4. Project the IEnumerable of bytes into a byte array
byte[] Serialize(IEnumerable<MessagePart> messageParts)
return messageParts.OrderBy(part => part.Index)
.SelectMany(part =>
.Select(slice => slice.ToByte())

(Did you notice the bug? I’ll discuss it later)

For implementing the deserialize method, I created the following extension methods:

//Projects an array of 4 bytes into an int
public static int ToInt(this byte[] bytes) =>
BitConverter.ToInt32(bytes, 0);

//Projects a bunch of 8-bit IEnumerables into an IEnumerable of bytes
public static IEnumerable<byte>
ToBytes(this IEnumerable<IEnumerable<Bit>> bits) => bits.Select(ToByte);

The following are the steps for the deserialize method:

  1. Project the byte array into IEnumerable of bits
  2. Slice the bits according to each message-part length and order
  3. Project each slice into 4 bytes (sizeof(System.Int32))
  4. Project each 4 bytes into a System.Int32
IEnumerable<MessagePart> Deserialize(IEnumerable<LayoutPart> layout,
byte[] bytes)
var bits = bytes.ToBits();

return layout.OrderBy(part => part.Index).Select(part =>
var slice =
.Pad(sizeof(int), (byte)0)

bits = bits.Skip(part.BitCount);

int value = BitConverter.ToInt32(slice, 0);

return new MessagePart(part.Name, value);

Looks better, Eh?

Testing the implementation

It isn’t always easy to debug LINQ operations, thus in order to debug, test and visualize my examples, I used OzCode which is an awesome debugging extension for Visual Studio. I installed the EAP (Early Access Program) edition, which includes amazing LINQ debugging capabilities, and put it to work.

This is the code according to the example above

var layout = new[]
new LayoutPart("Part 0", 0, 3),
new LayoutPart("Part 1", 1, 4),
new LayoutPart("Part 2", 2, 11),

var message = new[]
new MessagePart("Part 0", 0, 3, 1),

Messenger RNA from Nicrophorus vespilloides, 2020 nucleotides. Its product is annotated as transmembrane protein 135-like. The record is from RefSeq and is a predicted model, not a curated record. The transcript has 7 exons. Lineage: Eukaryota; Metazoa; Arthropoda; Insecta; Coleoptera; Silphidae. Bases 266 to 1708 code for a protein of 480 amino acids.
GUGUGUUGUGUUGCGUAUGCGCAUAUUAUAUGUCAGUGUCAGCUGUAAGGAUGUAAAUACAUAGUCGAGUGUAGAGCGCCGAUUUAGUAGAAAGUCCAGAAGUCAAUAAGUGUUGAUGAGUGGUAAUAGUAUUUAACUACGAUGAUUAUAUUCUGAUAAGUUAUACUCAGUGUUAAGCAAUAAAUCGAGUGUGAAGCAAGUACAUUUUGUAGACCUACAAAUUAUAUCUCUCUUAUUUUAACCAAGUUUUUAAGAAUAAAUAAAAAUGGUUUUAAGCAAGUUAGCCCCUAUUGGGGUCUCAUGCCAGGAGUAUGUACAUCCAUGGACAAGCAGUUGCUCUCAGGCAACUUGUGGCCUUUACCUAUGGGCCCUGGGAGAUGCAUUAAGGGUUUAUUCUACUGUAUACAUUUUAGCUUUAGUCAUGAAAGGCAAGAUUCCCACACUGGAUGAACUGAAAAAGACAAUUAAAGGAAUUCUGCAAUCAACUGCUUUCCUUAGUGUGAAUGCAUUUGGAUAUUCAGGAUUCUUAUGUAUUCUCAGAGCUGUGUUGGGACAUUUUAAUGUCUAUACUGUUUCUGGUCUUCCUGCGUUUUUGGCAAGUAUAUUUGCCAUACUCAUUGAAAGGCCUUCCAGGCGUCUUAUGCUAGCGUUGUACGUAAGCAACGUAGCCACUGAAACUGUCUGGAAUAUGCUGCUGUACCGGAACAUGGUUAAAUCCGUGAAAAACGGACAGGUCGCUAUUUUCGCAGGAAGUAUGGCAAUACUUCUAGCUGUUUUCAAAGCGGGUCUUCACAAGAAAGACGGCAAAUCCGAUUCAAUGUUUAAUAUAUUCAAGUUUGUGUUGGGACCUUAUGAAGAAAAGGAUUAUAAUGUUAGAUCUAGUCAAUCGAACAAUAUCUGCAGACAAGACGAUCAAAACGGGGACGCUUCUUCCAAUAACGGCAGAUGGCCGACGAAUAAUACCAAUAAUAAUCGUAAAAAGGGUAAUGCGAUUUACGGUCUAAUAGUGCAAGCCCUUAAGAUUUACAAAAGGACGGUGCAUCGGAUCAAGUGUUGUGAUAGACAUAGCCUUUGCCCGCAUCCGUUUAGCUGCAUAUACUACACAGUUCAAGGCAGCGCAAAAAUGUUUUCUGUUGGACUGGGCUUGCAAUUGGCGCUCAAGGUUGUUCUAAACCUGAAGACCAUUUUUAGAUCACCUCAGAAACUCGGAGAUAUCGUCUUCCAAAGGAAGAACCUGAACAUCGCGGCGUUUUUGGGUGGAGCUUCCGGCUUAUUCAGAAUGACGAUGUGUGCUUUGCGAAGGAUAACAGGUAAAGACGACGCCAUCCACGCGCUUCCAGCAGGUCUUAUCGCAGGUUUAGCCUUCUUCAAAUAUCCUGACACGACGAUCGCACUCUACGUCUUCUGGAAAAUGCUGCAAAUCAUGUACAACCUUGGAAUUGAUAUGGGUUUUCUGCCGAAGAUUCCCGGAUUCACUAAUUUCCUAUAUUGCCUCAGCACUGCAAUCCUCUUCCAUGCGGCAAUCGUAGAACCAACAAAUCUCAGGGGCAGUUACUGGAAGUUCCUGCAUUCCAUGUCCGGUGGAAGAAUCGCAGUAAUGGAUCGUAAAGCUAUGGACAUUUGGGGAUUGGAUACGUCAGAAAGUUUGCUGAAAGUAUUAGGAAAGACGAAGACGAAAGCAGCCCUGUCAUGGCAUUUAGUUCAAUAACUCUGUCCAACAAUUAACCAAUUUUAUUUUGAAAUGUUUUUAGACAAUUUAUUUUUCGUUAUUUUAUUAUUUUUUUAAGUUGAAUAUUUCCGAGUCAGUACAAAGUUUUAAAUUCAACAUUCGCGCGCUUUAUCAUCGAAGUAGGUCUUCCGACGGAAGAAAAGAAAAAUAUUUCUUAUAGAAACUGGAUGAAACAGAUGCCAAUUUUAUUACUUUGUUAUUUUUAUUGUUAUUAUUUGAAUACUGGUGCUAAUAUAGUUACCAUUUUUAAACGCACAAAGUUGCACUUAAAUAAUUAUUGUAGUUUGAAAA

new MessagePart("Part 1", 1, 4, 0xA),
new MessagePart("Part 2", 2, 11, 0x1F0),

var serializer = new MessageSerializer();

var bytes = serializer.Serialize(message);
var messageParts = serializer.Deserialize(layout, bytes);

I used OzCode’s LINQ analyser for visualizing and tracking the LINQ operations.

Here we can see what the actual bits are, and their order in the concatenated message-parts.

But according to the BitCount property of Part 0, its value should be projected only to 3 bits.

Fixing the bug:

byte[] Serialize(IEnumerable<MessagePart> messageParts)
return messageParts.OrderBy(part => part.Index)
.SelectMany(part =>
.Pad(part.BitCount, Bit.Off) //Added
.Take(part.BitCount))  //Added
.Select(slice => slice.ToByte())

I added Pad and Take to be sure I project exactly the needed count of bits.


This looks much better.

Here we can see the value of each byte:
Testing the Deserialize method, we can see the value of each message part:


Even though actions that require bitwise operations are usually considered “low-level”, I was able to use LINQ, which is considered a “high-level” API, to perform the same thing. This kind of abstraction saved me time and effort, and made my code more maintainable, readable and clean. I suggest to use abstractions whenever you can, and whenever it make sense.

What I really learnt though, is that we can use skills we acquire in one domain to solve challenges in another.
There is a saying that polyglot programmers write better code than those who specializes only in one language. I think it is yet another example of the same idea – each skill you acquire, will make you better at what you do, regardless how unrelated that skill might look like at that time.

Rami Honig